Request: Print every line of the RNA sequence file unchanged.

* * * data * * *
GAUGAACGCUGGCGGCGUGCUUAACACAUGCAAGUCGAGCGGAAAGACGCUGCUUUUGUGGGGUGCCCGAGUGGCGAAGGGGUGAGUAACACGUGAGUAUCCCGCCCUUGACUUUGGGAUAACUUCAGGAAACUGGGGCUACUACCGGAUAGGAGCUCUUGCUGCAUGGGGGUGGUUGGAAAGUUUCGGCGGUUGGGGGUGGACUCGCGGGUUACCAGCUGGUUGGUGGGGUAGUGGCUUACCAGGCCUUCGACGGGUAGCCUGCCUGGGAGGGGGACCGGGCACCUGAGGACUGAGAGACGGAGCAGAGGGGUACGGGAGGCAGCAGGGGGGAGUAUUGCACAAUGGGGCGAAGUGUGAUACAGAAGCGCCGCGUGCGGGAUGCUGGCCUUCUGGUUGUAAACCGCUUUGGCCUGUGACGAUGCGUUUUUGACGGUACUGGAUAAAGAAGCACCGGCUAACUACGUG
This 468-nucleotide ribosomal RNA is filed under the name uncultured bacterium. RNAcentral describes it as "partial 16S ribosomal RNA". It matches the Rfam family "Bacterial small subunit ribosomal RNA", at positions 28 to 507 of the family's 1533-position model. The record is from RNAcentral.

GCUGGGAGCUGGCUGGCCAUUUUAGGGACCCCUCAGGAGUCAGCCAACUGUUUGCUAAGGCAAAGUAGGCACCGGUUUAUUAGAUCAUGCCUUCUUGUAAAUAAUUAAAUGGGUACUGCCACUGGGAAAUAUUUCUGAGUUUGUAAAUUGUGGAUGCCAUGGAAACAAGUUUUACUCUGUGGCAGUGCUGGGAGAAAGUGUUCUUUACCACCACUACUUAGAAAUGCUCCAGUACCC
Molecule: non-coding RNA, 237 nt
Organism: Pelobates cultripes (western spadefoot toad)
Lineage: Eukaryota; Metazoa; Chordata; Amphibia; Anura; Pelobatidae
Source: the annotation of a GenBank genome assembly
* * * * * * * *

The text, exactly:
GAUGAACGCUGGCGGCGUGCUUAACACAUGCAAGUCGAGCGGAAAGACGCUGCUUUUGUGGGGUGCCCGAGUGGCGAAGGGGUGAGUAACACGUGAGUAUCCCGCCCUUGACUUUGGGAUAACUUCAGGAAACUGGGGCUACUACCGGAUAGGAGCUCUUGCUGCAUGGGGGUGGUUGGAAAGUUUCGGCGGUUGGGGGUGGACUCGCGGGUUACCAGCUGGUUGGUGGGGUAGUGGCUUACCAGGCCUUCGACGGGUAGCCUGCCUGGGAGGGGGACCGGGCACCUGAGGACUGAGAGACGGAGCAGAGGGGUACGGGAGGCAGCAGGGGGGAGUAUUGCACAAUGGGGCGAAGUGUGAUACAGAAGCGCCGCGUGCGGGAUGCUGGCCUUCUGGUUGUAAACCGCUUUGGCCUGUGACGAUGCGUUUUUGACGGUACUGGAUAAAGAAGCACCGGCUAACUACGUG
This 468-nucleotide ribosomal RNA is filed under the name uncultured bacterium. RNAcentral describes it as "partial 16S ribosomal RNA". It matches the Rfam family "Bacterial small subunit ribosomal RNA", at positions 28 to 507 of the family's 1533-position model. The record is from RNAcentral.

GCUGGGAGCUGGCUGGCCAUUUUAGGGACCCCUCAGGAGUCAGCCAACUGUUUGCUAAGGCAAAGUAGGCACCGGUUUAUUAGAUCAUGCCUUCUUGUAAAUAAUUAAAUGGGUACUGCCACUGGGAAAUAUUUCUGAGUUUGUAAAUUGUGGAUGCCAUGGAAACAAGUUUUACUCUGUGGCAGUGCUGGGAGAAAGUGUUCUUUACCACCACUACUUAGAAAUGCUCCAGUACCC
Molecule: non-coding RNA, 237 nt
Organism: Pelobates cultripes (western spadefoot toad)
Lineage: Eukaryota; Metazoa; Chordata; Amphibia; Anura; Pelobatidae
Source: the annotation of a GenBank genome assembly